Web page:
The OH is a particularly useful evaluation approach in situations where outcomes are emergent and may not be easily predicted in advance. Such as in complex, uncertain environments with many unintended outcomes, including negative ones, where relations of causes and effects are identified but are not fully understood, or when it is not possible to define concretely most of what an intervention aims to achieve (Wilson-Grau). Such as when assessing intervention for which social change is the purpose or is a significant part of what is required for success. Or when an intervention underwent so much change – in design, external conditions or mechanism of implementation – that it is not useful to assess what it achieved against what was originally planned. Other cases are interventions that centre around the delivery of goods with no interaction with the beneficiaries (subsidies, plans, and vouchers), as well as for evaluation of community development programs in particular when aimed at increasing the social inclusion of individuals (Wilson-Grau).

Technically, evaluators first collect (‘harvest) evidence of the changes, and then, working backwards, determine whether and how the intervention has contributed to these changes – instead of working forward on measuring progress towards a pre-defined set of goals as is the case in conventional approaches. Harvested information undergoes several participatory rounds of revisions to make it specific and comprehensive enough. The harvested information is then validated by comparing it with information gathered from independent knowledgeable and authoritative sources.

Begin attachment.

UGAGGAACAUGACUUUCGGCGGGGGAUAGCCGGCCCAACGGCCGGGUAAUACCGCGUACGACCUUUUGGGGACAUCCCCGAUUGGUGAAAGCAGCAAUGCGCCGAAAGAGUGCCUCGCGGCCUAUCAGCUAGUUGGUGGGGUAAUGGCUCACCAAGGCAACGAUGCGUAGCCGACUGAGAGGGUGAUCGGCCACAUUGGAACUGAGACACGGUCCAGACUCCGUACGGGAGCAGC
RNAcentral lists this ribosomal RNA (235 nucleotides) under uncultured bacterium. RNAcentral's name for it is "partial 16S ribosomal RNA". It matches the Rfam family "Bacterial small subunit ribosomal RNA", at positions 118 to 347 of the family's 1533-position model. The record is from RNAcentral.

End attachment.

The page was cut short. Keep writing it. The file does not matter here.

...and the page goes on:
In the synthesis of validated outcome descriptions, the evaluator plays a crucial role. The evaluator classifies all outcomes, usually according to the objectives and strategies of the key stakeholders. He undertakes qualitative data analysis and interprets the analysis results for their significance in achieving a mission, goal, or strategy. These interpretations answer the harvesting questions (Wilson-Grau). Evaluator concludes the study by proposing issues for further discussion between stakeholders, about how they can make use of the verified findings (Wilson-Grau).

The OH is an inclusive approach because it captures a wide array of perspectives of diverse stakeholders in the identification of outcomes and in interpreting their collective implications. Its results also contribute to collective rationality since the OH focuses on real-world outcomes that have been observed by stakeholders, as opposed to relying solely on planned indicators. It also reduces the potential evaluator’s bias associated with his preconceived notions.


Selected four tools contribute positively to social inclusion by involving diverse stakeholders in identifying changes or assigning collective meaning to their dissimilar grasping of complex interventions’ achievements. They also enhance collective rationality by focusing participatory evaluation on the most significant communal issues, providing systemic understanding, or promoting collective interpretation of quantified and visualized complexities. They are ‘groundbreaking’ (Wilson-Grau) since they pursue an inclusive democratic shift towards more robust and informed decision-making in participatory evaluation. At least according to the authors of the four approaches and advocates of these tools, this is the intended outcome.

A comparative assessment of four tools against selected criteria will reveal a more nuanced picture in Chapter IV. Before that, the paper must present both criteria, how they are constructed and how they are meant to ensure the realization of the two imperatives of the participatory evaluation (Chapter III).

[1] Monitoring and Evaluation NEWS,

[2] Ibid.

[3] Guide to Causal Mapping.


Chapter I